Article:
The challenge for investors who want to access the myriad opportunities for growth in emerging markets is how to find investments that satisfy the high ESG criteria set in the developed world. Finding ESG-aligned investments in Emerging Markets is undoubtedly difficult. They are both in short supply and highly sought after. And the danger of making uninformed and risky investments in these markets is high. No investor wants to be involved with a company like Boohoo, a UK-based fashion retailer which was investigated after a scandal broke about working conditions at its factories. The company’s shares plummeted by GBP 1bn amid claims of poor pay and working conditions. Major retailers and investors were quick to distance themselves. The possibilities for making the wrong investment decision abound from companies involved with unethical labour practices, ecological disasters, pollution, blood diamonds, and other ethics violations.
Robust ESG legislation has yet to be put in place in many developing countries where there is also a vast dispersion of ESG practices and a relative lack of reporting. Hence, often the only way to find out if a company has good enough ESG credentials to be a viable investment is for an asset manager to have an in-house team of experts able to conduct extensive analysis before investing.
Meeting ESG challenges head on
At Nordea Asset Management (NAM), we believe that more sustainable companies will find both opportunities and risk reduction arising from their treatment of ESG issues, and this is reflected in our valuation. We specifically take our internal ESG scoring into consideration when we value a business, so that a more sustainable business will enjoy a higher valuation of its current earnings and a better trajectory for its future earnings. Intuitively, this makes sense but our methodology ensures it is applied consistently across our ESG STARS strategies.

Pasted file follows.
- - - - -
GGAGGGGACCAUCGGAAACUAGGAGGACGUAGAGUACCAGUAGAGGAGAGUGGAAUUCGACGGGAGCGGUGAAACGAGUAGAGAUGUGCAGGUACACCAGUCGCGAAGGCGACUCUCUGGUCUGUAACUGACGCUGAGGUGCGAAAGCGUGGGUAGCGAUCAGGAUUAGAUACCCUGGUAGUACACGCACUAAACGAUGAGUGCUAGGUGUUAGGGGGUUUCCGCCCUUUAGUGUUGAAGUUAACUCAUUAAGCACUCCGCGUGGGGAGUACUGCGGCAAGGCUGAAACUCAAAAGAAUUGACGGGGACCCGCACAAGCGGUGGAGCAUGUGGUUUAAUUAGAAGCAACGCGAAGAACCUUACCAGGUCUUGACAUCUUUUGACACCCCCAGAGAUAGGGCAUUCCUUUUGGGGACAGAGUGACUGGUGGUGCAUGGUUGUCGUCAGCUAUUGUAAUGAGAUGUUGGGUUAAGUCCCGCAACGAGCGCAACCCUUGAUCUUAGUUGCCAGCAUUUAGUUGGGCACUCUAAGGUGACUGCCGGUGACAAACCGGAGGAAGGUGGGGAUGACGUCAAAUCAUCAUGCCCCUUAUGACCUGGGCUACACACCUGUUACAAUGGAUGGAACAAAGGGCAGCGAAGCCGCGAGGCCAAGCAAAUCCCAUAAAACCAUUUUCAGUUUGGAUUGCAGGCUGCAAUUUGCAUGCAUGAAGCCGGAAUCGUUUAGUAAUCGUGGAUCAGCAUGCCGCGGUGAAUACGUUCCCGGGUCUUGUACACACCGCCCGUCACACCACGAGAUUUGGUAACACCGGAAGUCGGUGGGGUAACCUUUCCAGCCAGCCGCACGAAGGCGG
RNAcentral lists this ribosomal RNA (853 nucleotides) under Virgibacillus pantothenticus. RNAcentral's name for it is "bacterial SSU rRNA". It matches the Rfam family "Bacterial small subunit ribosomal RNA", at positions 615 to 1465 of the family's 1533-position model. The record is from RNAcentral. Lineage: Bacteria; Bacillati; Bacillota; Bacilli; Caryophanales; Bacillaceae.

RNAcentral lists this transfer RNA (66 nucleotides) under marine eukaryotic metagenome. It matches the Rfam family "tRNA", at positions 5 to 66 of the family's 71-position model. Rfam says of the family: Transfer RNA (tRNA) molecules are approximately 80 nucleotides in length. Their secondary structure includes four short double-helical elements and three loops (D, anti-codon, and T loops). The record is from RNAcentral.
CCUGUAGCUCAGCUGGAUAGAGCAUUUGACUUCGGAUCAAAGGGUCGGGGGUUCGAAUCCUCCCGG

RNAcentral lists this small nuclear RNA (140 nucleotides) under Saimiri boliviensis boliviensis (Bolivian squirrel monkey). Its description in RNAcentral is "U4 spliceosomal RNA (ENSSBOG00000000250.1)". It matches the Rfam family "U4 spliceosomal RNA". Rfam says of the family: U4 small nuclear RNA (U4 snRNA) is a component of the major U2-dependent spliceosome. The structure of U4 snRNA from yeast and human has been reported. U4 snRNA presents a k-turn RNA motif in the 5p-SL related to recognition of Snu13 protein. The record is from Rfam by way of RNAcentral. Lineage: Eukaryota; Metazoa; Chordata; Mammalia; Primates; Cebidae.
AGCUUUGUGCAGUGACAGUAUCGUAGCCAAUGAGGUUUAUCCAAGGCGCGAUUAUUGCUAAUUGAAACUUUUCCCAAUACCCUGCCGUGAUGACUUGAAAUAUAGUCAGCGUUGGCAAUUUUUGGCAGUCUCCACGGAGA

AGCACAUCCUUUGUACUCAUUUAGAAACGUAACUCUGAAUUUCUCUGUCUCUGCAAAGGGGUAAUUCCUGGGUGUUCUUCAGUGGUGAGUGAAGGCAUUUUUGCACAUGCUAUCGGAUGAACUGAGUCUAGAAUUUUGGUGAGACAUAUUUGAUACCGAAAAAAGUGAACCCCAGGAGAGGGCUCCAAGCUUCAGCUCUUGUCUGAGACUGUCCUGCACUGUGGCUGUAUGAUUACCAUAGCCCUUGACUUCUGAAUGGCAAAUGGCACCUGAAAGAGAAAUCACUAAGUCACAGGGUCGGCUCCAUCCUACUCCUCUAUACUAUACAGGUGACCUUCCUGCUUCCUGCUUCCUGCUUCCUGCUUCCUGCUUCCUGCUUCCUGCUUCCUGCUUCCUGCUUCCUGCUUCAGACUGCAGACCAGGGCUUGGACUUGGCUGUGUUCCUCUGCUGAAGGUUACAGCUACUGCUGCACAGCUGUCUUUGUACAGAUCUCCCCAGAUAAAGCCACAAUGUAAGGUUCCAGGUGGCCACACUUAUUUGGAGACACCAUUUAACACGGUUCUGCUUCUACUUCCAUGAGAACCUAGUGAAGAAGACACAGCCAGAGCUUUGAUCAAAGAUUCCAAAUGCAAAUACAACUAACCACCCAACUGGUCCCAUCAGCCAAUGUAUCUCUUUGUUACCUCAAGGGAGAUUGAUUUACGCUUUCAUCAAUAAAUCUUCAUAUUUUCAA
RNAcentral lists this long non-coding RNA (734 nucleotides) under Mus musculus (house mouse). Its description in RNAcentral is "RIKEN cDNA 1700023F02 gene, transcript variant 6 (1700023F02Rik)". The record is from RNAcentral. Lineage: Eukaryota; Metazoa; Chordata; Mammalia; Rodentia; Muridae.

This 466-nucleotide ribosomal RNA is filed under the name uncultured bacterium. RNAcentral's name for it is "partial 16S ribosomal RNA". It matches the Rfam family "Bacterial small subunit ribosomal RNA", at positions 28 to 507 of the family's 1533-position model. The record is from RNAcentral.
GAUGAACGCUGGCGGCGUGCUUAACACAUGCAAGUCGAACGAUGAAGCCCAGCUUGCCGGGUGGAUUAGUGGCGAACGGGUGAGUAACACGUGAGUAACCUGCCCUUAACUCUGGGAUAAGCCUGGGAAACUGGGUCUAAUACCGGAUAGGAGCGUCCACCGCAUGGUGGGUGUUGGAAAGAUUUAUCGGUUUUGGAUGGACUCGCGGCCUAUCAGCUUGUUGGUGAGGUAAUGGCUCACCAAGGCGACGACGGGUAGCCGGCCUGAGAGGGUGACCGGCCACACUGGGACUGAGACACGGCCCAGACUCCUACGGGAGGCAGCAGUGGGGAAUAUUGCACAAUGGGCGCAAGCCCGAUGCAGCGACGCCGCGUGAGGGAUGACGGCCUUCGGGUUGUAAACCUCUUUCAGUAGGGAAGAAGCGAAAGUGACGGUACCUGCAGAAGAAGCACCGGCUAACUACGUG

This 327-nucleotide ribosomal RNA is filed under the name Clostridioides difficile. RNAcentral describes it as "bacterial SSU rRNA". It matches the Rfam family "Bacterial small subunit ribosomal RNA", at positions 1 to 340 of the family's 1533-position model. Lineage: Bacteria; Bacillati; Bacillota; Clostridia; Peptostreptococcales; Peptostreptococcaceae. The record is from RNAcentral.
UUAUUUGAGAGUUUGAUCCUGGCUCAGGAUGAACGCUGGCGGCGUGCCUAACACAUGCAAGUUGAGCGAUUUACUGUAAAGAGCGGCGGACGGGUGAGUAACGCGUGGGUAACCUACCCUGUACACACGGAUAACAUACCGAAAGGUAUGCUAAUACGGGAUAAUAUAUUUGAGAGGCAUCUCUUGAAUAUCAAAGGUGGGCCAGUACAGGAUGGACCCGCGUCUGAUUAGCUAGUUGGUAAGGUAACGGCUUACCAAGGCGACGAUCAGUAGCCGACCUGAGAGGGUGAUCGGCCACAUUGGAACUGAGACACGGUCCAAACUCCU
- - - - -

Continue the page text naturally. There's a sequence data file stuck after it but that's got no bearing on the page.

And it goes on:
We’re focused on evaluating companies holistically: looking for growth potential, competitive advantages, a strong return profile, and the material ESG risks and opportunities. Our forward looking approach to scoring companies assesses how we can get involved, if necessary, to strengthen the ESG credentials before or during investment. We also assess how sustainability trends can positively or negatively impact the company’s business model, its value chain, products and services. In short, what we really want to find out is – does this business have a great and sustainable future ahead?